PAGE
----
I think your self preservation instinct is a good sign for you and Mom.

Annette said...

You and Mom take good care of yourselves. I think that is going to be Alex watches you both nurture your own lives, it will send the message that you are no longer there to rescue him and he will have to live accordingly or bear the consequences.

You and Mom are amazing and I was so happy to hear of the warm welcome the rest of the family gave him. You are fortunate and blessed!

Heather's Mom said...

When I read that post all I could think was, "Praise God!" It sounds like you are on the right path :)

Anonymous said...

Much luck to you and Alex. No offense, but this sounds like a post by Debby, who catches a lot of flack for being hopeful. I agree with a previous commenter; it's different when it's our kid.

Barbara said...

I loved reading this post and I won't let go of hope for any of our kids. Alex has A LOT going for him, including two parents that love him that are doing a great job. Its interesting...what fractal mom said about opiates staying in the brain for two years...Keven told me that last night and he was using it as a "possible reason for relapse". Ugh. I honestly do have a good feeling about Alex (not that my good feelings count for much! lol)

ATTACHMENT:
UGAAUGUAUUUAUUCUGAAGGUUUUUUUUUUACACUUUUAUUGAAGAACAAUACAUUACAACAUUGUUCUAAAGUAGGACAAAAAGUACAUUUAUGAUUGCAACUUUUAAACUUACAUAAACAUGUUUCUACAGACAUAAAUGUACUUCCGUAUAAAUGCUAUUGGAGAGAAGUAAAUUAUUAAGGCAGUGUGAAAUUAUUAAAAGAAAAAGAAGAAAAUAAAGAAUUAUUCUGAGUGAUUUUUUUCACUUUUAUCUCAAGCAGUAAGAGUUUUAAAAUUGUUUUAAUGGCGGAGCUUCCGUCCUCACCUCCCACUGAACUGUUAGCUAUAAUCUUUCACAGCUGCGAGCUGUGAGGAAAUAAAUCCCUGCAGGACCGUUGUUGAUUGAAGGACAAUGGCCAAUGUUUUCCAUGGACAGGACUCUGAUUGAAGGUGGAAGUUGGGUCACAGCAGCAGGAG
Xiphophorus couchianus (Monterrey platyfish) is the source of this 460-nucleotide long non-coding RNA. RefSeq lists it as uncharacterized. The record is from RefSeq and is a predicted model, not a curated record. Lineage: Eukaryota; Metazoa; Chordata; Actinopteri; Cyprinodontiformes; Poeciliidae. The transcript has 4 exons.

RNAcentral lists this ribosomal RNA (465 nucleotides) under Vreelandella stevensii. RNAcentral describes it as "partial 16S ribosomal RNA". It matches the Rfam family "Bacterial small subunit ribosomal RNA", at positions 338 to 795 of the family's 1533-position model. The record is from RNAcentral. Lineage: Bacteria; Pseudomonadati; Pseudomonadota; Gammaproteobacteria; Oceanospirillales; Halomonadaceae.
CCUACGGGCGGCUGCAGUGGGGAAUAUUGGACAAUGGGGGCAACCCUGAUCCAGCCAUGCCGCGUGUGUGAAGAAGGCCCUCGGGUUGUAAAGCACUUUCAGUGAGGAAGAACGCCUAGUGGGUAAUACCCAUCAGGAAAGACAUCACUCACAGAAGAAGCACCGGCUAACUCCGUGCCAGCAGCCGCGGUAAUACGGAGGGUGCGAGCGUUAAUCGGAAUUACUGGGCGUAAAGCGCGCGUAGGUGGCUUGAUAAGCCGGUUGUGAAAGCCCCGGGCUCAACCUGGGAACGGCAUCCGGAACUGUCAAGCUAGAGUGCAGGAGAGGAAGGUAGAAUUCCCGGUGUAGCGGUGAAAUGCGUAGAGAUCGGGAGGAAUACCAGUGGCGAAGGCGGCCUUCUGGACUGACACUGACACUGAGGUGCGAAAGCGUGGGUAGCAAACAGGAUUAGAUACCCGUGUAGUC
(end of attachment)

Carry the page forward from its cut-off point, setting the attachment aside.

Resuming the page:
Midnitefyrfly said...

I know that there is no possible way to predict what will happen. Even in the midst of "perfection" or "bliss" there is the unexpected and unforeseen.

You are becoming well aware of the difference between that which is your life and within your control, and that which isn't.

You still have every right to hope and to love your son for every good moment that presents itself.

I am happy for your realization of that which is good, even in small doses.


kristi said...

Hope things work out for you all.

Syd said...

It sounds as if Alex is growing up and making some important decisions. I'm glad that you laid out your boundaries.

Mom of Opiate Addict said...

Keep taking care of yourselves and find strength wherever you can. You are an inspiration to many, including Alex it appears. I am happy he is home with you both and hope he lives happily within the boundaries.

onemomtalking said...

I completely relate! And my heart is with you. My son is a heroin addict. He is in jail for the second time. First time, only a week and we got him out on bond and sent him to 30-day rehab. He used the day after he got home from rehab. Now he's back in jail. He's been in 10 days so far w/ at least 2 more weeks to go, possibly much more. He's looking good, but we don't know what to expect. Anyway, just found this blog and will keep coming back.

I have a blog also ( and you can find me on twitter under the same name: onemomtalking. Thanks.